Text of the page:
Graft-versus-host disease (GVHD) is an immune reaction resulting from the donor T cells’ (lymphocytes’) lack of recognition of the recipient’s human leukocyte antigens (HLAs). So, the donor T cells see the patient as foreign, causing an immune reaction. GVHD is the most common complication after allogeneic stem cell transplantation (SCT). It occurs in 30% to 70% of all adult patients receiving allogeneic SCT. In children, the incidence is lower at approximately 30% to 45%.
Why Learn About the Pathophysiology of Acute GVHD?
During the past few years, much has been learned about the pathophysiology of acute GVHD. Please note this process is not the same process that occurs in chronic GVHD. This understanding of the pathogenesis helps to:
- Affect strategies to balance GVHD with the immunologic graft-versus-tumor (GVT) effect. GVT occurs when the donor T cells in the transplanted immune system eliminate residual tumor cells. A mild case of GVHD can be good because this immune response to the patient’s tumor cells (GVT) helps prevent relapse.
- Improve the care team’s comprehension of various prevention and treatment strategies. Better understanding of the multiple pathways can lead to potential drug targets. Oncology nurses can better appreciate and educate about a comprehensive drug approach to GVHD management.
- Provide insight into the critical role of biomarkers to help detect GVHD before the start of symptoms. Biomarkers are measurable substances (e.g., cytokines, T-cell surface markers, or proteins) that can help with GVHD management.
What Are the 3 Phases of Acute GVHD?
The current model of the pathogenesis of acute GVHD involves 3 overlapping phases, according to Schmit-Pokorny and Eisenberg:
Phase 1. Host Tissue Damage and Antigen Presentation. The first phase starts before the infusion of the donor stem cells. The conditioning regimen (chemotherapy with or without total body irradiation) causes tissue damage as it kills both healthy cells and tumor cells. The tissue damage triggers the release of pro-inflammatory cytokines (e.g., IL-1, TNF-α, TGF-β, and others). These actions imbalance the gut microbiome. The cytokines activate the host antigen-presenting cells (APCs), which are mainly in the skin, liver, gut, immune system, lungs, and other organs. The T cells from the donor see the APCs in the host (patient) as foreign and start to attack by triggering an inflammatory cascade.
Phase 2. Donor T Cell Activation. The donor T cells escalate their response by increasing the number and production of various T cells (CD4 and CD8). In addition, costimulatory signals direct helper T cells (Th1) to produce IL-2, IL-12, and interferon-γ to attract cytotoxic T-lymphocytes and natural killer cells. As a result, the cytokine release in phases 1 and 2 causes massive inflammation.
Phase 3. Target Tissue Destruction. In the final phase, the activated T lymphocytes cause direct or indirect tissue destruction. TNF-α can induce tissue necrosis that directly or indirectly triggers apoptosis (or cell death). The major tissue damage is to the skin, liver, and gut—these are called the “target organs” of acute GVHD.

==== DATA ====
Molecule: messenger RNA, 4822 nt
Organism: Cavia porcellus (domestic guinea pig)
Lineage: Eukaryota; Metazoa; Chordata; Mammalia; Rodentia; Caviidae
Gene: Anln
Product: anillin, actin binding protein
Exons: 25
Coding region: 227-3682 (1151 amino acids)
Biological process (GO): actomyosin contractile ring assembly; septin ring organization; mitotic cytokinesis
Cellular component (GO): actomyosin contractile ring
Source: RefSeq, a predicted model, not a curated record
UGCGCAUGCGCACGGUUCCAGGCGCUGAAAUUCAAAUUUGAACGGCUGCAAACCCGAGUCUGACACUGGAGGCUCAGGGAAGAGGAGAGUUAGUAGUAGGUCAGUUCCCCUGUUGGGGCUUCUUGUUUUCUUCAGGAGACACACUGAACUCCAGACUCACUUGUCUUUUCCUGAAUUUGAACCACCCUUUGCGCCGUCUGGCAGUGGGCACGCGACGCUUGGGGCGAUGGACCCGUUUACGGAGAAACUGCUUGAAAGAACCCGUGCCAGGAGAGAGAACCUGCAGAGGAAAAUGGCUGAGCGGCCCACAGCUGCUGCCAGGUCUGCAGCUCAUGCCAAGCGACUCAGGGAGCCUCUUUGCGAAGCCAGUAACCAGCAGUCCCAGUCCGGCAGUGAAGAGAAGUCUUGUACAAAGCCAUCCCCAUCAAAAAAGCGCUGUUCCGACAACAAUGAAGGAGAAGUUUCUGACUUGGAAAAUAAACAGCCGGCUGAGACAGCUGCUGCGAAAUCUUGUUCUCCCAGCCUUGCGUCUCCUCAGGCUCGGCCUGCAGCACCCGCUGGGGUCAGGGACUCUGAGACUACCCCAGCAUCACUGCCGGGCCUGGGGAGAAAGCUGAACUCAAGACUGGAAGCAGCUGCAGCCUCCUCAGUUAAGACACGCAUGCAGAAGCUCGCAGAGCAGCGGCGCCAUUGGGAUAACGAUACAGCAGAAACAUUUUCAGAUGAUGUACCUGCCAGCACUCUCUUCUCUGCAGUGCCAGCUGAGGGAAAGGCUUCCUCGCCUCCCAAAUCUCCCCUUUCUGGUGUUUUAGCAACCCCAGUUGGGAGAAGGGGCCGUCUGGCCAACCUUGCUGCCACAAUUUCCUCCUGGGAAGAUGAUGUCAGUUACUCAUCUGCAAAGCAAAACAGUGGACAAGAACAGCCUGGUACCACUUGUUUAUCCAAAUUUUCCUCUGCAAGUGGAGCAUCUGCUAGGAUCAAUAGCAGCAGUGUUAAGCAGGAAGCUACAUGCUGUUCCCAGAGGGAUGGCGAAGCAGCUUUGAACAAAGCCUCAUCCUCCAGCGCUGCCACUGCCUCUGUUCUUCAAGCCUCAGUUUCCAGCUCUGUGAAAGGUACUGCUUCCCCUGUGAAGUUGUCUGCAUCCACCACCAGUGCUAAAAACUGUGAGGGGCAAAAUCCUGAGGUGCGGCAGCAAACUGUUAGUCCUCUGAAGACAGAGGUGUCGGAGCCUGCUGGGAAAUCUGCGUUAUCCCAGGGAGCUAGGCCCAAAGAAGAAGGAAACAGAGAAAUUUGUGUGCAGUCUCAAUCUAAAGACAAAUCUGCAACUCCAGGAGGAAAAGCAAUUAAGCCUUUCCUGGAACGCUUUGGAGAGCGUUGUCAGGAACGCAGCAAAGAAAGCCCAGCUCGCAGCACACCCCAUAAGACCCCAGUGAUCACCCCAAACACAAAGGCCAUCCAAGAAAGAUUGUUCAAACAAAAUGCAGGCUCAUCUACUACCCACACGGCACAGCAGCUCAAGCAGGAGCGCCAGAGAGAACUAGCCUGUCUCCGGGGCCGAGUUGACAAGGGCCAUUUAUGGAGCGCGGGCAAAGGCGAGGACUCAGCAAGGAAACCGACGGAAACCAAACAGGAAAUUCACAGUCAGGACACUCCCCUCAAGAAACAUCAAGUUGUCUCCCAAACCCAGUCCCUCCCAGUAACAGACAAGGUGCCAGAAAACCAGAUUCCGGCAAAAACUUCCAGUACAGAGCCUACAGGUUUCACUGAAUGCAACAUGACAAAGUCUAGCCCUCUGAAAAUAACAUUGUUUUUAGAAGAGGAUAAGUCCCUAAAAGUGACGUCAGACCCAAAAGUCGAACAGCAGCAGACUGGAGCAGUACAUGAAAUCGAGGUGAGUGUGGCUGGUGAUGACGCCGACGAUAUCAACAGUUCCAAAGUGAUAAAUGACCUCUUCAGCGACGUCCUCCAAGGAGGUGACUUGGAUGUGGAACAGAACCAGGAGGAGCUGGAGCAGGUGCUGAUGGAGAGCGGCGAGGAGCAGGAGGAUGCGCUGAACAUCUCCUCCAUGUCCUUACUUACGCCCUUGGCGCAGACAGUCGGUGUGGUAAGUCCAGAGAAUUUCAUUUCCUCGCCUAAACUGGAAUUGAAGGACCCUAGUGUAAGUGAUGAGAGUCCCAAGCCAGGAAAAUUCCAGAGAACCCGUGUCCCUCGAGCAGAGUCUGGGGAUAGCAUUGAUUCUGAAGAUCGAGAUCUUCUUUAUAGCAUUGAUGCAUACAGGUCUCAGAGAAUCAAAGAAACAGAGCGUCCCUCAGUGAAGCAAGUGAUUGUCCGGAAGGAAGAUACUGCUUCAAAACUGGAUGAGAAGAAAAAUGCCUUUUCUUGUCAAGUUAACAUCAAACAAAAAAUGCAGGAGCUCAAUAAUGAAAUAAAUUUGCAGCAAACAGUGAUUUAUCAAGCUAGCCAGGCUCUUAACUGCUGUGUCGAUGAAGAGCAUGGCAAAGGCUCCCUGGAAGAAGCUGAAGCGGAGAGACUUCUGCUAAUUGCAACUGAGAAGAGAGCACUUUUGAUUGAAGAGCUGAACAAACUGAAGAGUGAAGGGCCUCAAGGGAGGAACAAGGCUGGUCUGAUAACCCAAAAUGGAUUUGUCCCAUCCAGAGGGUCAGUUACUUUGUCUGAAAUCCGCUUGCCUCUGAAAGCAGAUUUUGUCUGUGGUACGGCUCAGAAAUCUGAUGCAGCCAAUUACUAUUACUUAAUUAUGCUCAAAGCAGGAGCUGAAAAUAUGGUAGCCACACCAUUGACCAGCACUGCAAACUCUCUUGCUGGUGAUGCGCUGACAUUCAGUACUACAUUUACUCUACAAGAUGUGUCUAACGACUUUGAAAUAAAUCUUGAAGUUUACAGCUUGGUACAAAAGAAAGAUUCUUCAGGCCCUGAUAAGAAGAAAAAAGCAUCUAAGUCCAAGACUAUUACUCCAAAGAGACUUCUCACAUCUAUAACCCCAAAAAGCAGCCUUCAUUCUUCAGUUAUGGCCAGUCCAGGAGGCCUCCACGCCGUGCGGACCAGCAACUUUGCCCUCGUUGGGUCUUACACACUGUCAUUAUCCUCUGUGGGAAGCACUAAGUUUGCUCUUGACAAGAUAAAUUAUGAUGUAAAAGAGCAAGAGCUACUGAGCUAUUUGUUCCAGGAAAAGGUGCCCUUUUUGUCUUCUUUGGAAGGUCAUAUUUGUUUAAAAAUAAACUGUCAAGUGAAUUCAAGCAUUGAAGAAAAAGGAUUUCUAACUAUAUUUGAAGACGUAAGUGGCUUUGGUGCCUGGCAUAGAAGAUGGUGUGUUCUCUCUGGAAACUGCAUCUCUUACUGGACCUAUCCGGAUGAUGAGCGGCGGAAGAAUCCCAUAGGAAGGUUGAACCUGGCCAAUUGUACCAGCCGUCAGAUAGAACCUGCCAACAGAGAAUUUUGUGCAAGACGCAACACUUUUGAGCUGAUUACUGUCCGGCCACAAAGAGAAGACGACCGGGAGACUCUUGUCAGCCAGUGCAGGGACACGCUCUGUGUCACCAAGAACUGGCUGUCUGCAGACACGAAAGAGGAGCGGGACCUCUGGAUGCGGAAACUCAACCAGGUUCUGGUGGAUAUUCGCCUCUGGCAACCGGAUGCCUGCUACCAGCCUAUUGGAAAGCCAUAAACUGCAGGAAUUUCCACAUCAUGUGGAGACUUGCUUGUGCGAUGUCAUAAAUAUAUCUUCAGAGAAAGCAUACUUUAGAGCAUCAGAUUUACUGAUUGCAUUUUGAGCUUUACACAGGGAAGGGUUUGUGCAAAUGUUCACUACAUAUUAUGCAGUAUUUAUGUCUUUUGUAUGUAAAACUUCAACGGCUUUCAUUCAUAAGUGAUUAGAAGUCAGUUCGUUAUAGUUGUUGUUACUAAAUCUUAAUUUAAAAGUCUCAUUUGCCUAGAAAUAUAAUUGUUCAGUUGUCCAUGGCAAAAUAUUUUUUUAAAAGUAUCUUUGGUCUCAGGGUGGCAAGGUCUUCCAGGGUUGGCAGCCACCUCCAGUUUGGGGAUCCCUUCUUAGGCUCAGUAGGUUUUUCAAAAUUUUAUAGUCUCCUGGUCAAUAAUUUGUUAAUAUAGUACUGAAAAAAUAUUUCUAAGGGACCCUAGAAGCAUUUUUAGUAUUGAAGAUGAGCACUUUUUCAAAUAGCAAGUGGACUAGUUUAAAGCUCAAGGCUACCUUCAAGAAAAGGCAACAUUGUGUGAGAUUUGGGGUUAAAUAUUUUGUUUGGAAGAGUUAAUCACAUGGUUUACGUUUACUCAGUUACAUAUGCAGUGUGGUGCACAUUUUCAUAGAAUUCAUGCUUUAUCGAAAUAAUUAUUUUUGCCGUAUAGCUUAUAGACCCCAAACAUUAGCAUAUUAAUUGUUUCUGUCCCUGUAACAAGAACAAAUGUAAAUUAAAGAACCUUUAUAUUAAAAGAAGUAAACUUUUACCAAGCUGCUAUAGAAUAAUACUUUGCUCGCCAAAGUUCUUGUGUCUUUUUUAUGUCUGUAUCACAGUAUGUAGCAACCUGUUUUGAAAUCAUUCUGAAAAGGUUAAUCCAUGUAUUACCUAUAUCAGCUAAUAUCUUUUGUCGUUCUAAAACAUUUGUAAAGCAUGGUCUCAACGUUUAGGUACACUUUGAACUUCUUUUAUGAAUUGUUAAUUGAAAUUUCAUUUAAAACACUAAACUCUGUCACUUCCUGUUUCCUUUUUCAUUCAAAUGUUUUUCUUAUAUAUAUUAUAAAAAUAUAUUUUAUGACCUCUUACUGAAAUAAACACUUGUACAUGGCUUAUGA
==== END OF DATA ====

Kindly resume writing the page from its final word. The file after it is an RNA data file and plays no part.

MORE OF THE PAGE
From Malad et al. Leukemia. 2020;34(5):1229-1240.
The process continues as more tissue injury releases more cytokines to promote GVHD. The way to stop the cycle is immunosuppression.
What Are the Key Takeaways from the Pathophysiology of Acute GVHD?
The pathogenesis of acute GVHD is quite complex, with several key discussion points.
- First, combining GVHD risk reduction strategies is critical to preventing or reducing risk: carefully selecting the donor, manipulating the graft for some patients, and administering various pharmaceutical strategies. Both immunosuppressant and immunomodulation agents help deplete T cells to reduce T-cell reactions. Selection and combination of agents remain under exploration for different donor sources.
- Second, damage to the gut and gut GVHD causes a loss of microbial diversity and overgrowth of intestinal pathogens. This gut microbiome disruption allows for more infections, such as enterococcus gram-positive bacteria. These microbes cause more harm and worse GVHD. Prebiotics/probiotics, antibiotic stewardship in neutropenic patients, and fecal microbial transplant are just 3 strategies to improve microbial diversity.
- Finally, biomarkers may help with GVHD risk, diagnosis, or prognosis. Currently, they have more of a role in managing chronic GVHD, but their role in acute GVHD is evolving quickly.
Each transplant center has specific protocols or clinical pathways to help team members manage patients with GVHD and provide supportive care. With a basic understanding of the pathogenesis of acute GVHD and the science behind clinical decisions, nurses can better educate and support their patients and caregivers throughout their transplant journey.
- Schmit-Pokorny K, Eisenberg S, editors. Hematopoietic Stem Cell Transplantation: A Manual for Nursing Practice, 3rd Edition. Oncology Nursing Society; 2020.
- Malard F, Huang XJ, Sim JPY. Treatment and unmet needs in steroid-refractory acute graft-versus-host disease. Leukemia. 2020;34(5):1229-1240. doi:10.1038/s41375-020-0804-2
- Le Bastard Q, Chevallier P, Montassier E. Gut microbiome in allogeneic hematopoietic stem cell transplantation and specific changes associated with acute graft vs host disease. World J Gastroenterol. 2021 Dec 7;27(45):7792-7800. doi:10.3748/wjg.v27.i45.7792.
- Robin M, Porcher R, Michonneau D, Taurines L, Sicre de Fontbrune F, Xhaard A, Oriano B, Sutra Del Galy A, Peffault de Latour R, Socié G, Schlageter MH. Prospective external validation of biomarkers to predict acute graft-versus host disease severity. Blood Adv. 2022 Jun 6:bloodadvances.2022007477. doi:10.1182/bloodadvances.2022007477. Epub ahead of print.